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Crunch is a welcome edition to this seemingly bold new era of 'Modern Jazz'. Here we have three New York City based musicians who summon our imaginative powers as they stylishly meld their disparate voices in a slightly offbeat manner. Slide guitarist Dave Tronzo, bassist J.A. Granelli and saxophonist Peter Epstein are among those willing to take chances in today's fertile jazz scene as their respective resumes prove that notion beyond a reasonable doubt. With Crunch, the musicians pursue otherworldly sounds along with shifting undercurrents and shrewd three-way dialogue on pieces such as 'Long Blue Dream' and 'Thing # 6' while also integrating blues/jazz riffs mainly due to Tronzo's heterogeneous stylizations and Granelli's meticulous yet solid underpinnings. Here and throughout, the musicians convey engagingly peculiar motifs and subtle inferences of an often-hypnotic nature. 'Dance Of The Hillbilly Robots' commences as an affable country/blues propagated by Tronzo's tasty slide guitar licks while Epstein's delicately probing yet richly melodic soprano sax lines emit a noticeable degree of ebullience and depth. 'Thing # 4' is something of a quixotic rendezvous featuring engrossing patterns and Epstein's dainty yet luminous phrasing performed on soprano sax. On this piece and others, the band affords the listener an opportunity to let his or her mind drift off into the limitless void as the musicians also maintain an agreeable yet understated flow. The intensity levels vary from tune to tune as the musicians turn up the heat in spots, via cunning improvisation and meaningful dialogue. All told, there's quite a bit going on under the hood here as the musicians tend to push matters onto a higher plane through thought provoking propositions and ethereal soundscapes. Recommended!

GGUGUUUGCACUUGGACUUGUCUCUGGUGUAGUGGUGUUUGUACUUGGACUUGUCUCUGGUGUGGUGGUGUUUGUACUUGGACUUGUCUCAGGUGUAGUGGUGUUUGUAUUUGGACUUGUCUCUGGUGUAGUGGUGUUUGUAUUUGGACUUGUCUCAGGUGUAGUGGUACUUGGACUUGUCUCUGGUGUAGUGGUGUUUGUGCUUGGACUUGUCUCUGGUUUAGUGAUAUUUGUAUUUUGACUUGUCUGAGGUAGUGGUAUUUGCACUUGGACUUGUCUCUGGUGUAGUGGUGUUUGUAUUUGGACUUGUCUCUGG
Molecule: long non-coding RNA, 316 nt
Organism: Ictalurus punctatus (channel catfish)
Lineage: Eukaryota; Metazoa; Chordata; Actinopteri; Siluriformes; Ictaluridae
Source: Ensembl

David Tronzo; Slide Guitars: Peter Epstein; Saxophones: J.A. Granelli; Basses.
I was first exposed to jazz as a middle school band student. A college ensemble passed through and put on a concert for the band students (of which I was one). The level of mastery and musicianship blew me away, intimidated, and inspired me
I was first exposed to jazz as a middle school band student. A college ensemble passed through and put on a concert for the band students (of which I was one). The level of mastery and musicianship blew me away, intimidated, and inspired me. Try as I might, I was never able to achieve a high enough level of competency to perform at the level I was first and subsequently exposed to. Regardless, I was hooked on jazz and remain so to this day.